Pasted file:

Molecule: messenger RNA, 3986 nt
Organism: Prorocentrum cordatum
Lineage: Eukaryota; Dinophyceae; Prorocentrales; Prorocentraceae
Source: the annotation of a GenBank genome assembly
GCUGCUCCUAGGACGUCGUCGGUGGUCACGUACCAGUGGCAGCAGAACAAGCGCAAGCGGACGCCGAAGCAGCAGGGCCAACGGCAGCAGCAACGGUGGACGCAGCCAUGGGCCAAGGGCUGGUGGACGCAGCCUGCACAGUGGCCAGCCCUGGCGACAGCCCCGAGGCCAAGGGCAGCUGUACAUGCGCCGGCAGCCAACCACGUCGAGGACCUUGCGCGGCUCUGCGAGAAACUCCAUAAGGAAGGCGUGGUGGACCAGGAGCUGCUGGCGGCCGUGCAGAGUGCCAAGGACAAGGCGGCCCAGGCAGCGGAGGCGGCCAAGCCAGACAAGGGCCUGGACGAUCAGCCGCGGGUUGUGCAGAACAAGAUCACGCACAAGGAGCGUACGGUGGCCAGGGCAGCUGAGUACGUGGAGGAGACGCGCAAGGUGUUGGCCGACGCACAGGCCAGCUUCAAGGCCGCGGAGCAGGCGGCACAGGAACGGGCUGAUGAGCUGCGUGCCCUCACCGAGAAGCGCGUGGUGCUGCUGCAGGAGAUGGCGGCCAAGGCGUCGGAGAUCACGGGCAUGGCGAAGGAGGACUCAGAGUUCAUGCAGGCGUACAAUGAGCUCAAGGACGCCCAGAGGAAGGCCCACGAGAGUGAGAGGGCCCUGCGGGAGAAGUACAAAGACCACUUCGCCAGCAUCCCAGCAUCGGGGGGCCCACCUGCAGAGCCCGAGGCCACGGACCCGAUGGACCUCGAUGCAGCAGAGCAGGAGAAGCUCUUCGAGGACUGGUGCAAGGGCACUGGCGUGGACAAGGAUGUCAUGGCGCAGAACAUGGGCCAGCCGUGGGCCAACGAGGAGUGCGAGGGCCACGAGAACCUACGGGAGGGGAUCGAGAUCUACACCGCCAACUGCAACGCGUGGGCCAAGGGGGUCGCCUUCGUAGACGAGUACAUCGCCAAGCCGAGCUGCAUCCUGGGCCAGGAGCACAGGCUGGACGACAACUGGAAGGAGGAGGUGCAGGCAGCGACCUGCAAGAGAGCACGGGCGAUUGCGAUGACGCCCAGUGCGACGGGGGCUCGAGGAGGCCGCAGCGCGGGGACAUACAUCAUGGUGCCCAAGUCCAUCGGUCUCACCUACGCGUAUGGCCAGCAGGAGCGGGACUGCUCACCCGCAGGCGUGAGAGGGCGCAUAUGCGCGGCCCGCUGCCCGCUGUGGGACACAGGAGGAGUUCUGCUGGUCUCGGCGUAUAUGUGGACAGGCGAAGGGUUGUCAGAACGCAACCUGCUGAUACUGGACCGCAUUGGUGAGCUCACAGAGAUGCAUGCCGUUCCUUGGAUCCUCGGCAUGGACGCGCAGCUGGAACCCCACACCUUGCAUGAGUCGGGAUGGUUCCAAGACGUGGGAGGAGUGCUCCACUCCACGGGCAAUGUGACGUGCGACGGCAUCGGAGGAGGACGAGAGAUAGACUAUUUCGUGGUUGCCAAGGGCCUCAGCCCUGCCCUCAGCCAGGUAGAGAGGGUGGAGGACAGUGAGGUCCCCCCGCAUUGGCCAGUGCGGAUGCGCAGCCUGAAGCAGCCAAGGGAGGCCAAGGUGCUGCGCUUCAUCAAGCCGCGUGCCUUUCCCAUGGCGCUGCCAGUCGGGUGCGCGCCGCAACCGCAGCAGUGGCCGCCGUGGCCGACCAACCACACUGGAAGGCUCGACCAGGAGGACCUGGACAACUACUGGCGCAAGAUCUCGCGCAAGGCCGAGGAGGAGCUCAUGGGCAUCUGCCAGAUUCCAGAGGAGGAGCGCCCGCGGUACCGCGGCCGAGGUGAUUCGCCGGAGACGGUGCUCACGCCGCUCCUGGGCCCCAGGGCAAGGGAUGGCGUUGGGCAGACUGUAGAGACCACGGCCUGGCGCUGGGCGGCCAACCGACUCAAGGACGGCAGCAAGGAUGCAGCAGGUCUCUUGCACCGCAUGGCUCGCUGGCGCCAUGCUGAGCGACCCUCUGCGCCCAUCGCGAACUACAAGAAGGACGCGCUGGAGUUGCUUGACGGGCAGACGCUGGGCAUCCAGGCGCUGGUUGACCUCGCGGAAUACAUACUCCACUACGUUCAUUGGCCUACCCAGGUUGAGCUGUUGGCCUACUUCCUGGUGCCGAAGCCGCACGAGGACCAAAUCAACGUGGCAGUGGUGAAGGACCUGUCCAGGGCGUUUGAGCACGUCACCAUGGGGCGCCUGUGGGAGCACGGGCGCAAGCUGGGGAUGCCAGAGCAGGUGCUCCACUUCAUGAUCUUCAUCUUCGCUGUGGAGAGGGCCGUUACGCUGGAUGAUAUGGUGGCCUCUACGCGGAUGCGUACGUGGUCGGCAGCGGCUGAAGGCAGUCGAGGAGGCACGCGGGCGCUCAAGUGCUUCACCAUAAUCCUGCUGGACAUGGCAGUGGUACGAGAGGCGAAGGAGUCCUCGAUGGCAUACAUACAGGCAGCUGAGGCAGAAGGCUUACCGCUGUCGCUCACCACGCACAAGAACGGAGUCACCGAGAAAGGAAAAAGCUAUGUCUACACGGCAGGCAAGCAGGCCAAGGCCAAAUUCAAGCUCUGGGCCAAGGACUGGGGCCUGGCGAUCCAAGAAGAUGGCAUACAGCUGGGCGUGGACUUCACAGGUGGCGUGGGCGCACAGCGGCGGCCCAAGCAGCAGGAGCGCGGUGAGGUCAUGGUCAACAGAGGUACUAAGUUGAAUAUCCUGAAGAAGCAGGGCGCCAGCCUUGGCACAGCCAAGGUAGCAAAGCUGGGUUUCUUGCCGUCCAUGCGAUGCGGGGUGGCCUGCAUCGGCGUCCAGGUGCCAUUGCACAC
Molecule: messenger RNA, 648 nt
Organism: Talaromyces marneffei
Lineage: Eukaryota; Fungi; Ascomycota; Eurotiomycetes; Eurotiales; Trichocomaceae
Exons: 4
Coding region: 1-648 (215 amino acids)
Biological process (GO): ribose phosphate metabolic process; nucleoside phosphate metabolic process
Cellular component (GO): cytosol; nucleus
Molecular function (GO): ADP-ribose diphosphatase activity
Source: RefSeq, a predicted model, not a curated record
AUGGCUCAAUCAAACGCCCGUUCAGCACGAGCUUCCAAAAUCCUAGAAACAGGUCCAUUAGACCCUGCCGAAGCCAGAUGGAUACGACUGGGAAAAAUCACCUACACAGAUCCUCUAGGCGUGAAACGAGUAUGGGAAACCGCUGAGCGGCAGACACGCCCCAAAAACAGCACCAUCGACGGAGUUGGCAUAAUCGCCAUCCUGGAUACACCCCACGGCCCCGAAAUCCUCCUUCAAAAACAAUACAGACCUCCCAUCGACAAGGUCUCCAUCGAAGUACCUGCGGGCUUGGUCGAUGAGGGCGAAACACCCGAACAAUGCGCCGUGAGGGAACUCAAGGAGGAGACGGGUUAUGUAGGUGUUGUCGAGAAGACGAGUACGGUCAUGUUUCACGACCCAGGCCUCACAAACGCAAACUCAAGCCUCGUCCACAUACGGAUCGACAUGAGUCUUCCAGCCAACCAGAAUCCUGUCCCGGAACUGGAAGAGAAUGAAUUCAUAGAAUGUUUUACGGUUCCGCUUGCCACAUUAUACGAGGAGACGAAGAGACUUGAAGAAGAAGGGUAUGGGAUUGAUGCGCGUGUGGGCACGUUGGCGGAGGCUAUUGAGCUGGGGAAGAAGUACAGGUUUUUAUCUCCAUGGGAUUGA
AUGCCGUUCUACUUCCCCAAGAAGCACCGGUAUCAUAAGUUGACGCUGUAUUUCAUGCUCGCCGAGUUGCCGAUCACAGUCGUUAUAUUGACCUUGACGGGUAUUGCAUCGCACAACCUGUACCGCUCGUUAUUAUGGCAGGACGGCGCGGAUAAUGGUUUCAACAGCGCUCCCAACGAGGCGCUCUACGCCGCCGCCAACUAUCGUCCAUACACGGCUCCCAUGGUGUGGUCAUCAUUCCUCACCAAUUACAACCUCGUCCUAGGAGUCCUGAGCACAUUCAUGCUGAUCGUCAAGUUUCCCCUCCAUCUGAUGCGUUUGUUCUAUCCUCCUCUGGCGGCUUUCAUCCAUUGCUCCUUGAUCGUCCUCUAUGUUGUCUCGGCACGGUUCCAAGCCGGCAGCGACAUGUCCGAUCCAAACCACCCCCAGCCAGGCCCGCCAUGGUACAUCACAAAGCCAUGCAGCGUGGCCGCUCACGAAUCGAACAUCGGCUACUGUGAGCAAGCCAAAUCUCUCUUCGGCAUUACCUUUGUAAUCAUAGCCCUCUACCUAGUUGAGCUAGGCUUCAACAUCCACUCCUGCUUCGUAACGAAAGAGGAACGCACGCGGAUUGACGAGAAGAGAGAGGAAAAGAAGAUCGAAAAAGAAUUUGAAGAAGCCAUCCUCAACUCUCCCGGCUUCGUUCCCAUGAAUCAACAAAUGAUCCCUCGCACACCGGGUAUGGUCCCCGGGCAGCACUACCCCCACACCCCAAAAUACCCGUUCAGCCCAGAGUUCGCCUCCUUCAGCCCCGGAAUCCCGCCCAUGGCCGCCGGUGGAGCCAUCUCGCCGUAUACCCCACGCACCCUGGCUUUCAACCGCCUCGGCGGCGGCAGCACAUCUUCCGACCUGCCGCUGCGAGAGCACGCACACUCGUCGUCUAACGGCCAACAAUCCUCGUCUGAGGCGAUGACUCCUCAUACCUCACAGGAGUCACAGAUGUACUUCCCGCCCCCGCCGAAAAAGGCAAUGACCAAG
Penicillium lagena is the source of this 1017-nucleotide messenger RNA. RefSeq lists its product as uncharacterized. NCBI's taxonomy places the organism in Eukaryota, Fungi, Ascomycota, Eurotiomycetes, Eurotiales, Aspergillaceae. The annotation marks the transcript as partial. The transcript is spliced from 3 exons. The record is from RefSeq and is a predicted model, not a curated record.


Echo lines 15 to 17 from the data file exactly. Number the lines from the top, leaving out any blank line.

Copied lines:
AUGGCUCAAUCAAACGCCCGUUCAGCACGAGCUUCCAAAAUCCUAGAAACAGGUCCAUUAGACCCUGCCGAAGCCAGAUGGAUACGACUGGGAAAAAUCACCUACACAGAUCCUCUAGGCGUGAAACGAGUAUGGGAAACCGCUGAGCGGCAGACACGCCCCAAAAACAGCACCAUCGACGGAGUUGGCAUAAUCGCCAUCCUGGAUACACCCCACGGCCCCGAAAUCCUCCUUCAAAAACAAUACAGACCUCCCAUCGACAAGGUCUCCAUCGAAGUACCUGCGGGCUUGGUCGAUGAGGGCGAAACACCCGAACAAUGCGCCGUGAGGGAACUCAAGGAGGAGACGGGUUAUGUAGGUGUUGUCGAGAAGACGAGUACGGUCAUGUUUCACGACCCAGGCCUCACAAACGCAAACUCAAGCCUCGUCCACAUACGGAUCGACAUGAGUCUUCCAGCCAACCAGAAUCCUGUCCCGGAACUGGAAGAGAAUGAAUUCAUAGAAUGUUUUACGGUUCCGCUUGCCACAUUAUACGAGGAGACGAAGAGACUUGAAGAAGAAGGGUAUGGGAUUGAUGCGCGUGUGGGCACGUUGGCGGAGGCUAUUGAGCUGGGGAAGAAGUACAGGUUUUUAUCUCCAUGGGAUUGA
AUGCCGUUCUACUUCCCCAAGAAGCACCGGUAUCAUAAGUUGACGCUGUAUUUCAUGCUCGCCGAGUUGCCGAUCACAGUCGUUAUAUUGACCUUGACGGGUAUUGCAUCGCACAACCUGUACCGCUCGUUAUUAUGGCAGGACGGCGCGGAUAAUGGUUUCAACAGCGCUCCCAACGAGGCGCUCUACGCCGCCGCCAACUAUCGUCCAUACACGGCUCCCAUGGUGUGGUCAUCAUUCCUCACCAAUUACAACCUCGUCCUAGGAGUCCUGAGCACAUUCAUGCUGAUCGUCAAGUUUCCCCUCCAUCUGAUGCGUUUGUUCUAUCCUCCUCUGGCGGCUUUCAUCCAUUGCUCCUUGAUCGUCCUCUAUGUUGUCUCGGCACGGUUCCAAGCCGGCAGCGACAUGUCCGAUCCAAACCACCCCCAGCCAGGCCCGCCAUGGUACAUCACAAAGCCAUGCAGCGUGGCCGCUCACGAAUCGAACAUCGGCUACUGUGAGCAAGCCAAAUCUCUCUUCGGCAUUACCUUUGUAAUCAUAGCCCUCUACCUAGUUGAGCUAGGCUUCAACAUCCACUCCUGCUUCGUAACGAAAGAGGAACGCACGCGGAUUGACGAGAAGAGAGAGGAAAAGAAGAUCGAAAAAGAAUUUGAAGAAGCCAUCCUCAACUCUCCCGGCUUCGUUCCCAUGAAUCAACAAAUGAUCCCUCGCACACCGGGUAUGGUCCCCGGGCAGCACUACCCCCACACCCCAAAAUACCCGUUCAGCCCAGAGUUCGCCUCCUUCAGCCCCGGAAUCCCGCCCAUGGCCGCCGGUGGAGCCAUCUCGCCGUAUACCCCACGCACCCUGGCUUUCAACCGCCUCGGCGGCGGCAGCACAUCUUCCGACCUGCCGCUGCGAGAGCACGCACACUCGUCGUCUAACGGCCAACAAUCCUCGUCUGAGGCGAUGACUCCUCAUACCUCACAGGAGUCACAGAUGUACUUCCCGCCCCCGCCGAAAAAGGCAAUGACCAAG
Penicillium lagena is the source of this 1017-nucleotide messenger RNA. RefSeq lists its product as uncharacterized. NCBI's taxonomy places the organism in Eukaryota, Fungi, Ascomycota, Eurotiomycetes, Eurotiales, Aspergillaceae. The annotation marks the transcript as partial. The transcript is spliced from 3 exons. The record is from RefSeq and is a predicted model, not a curated record.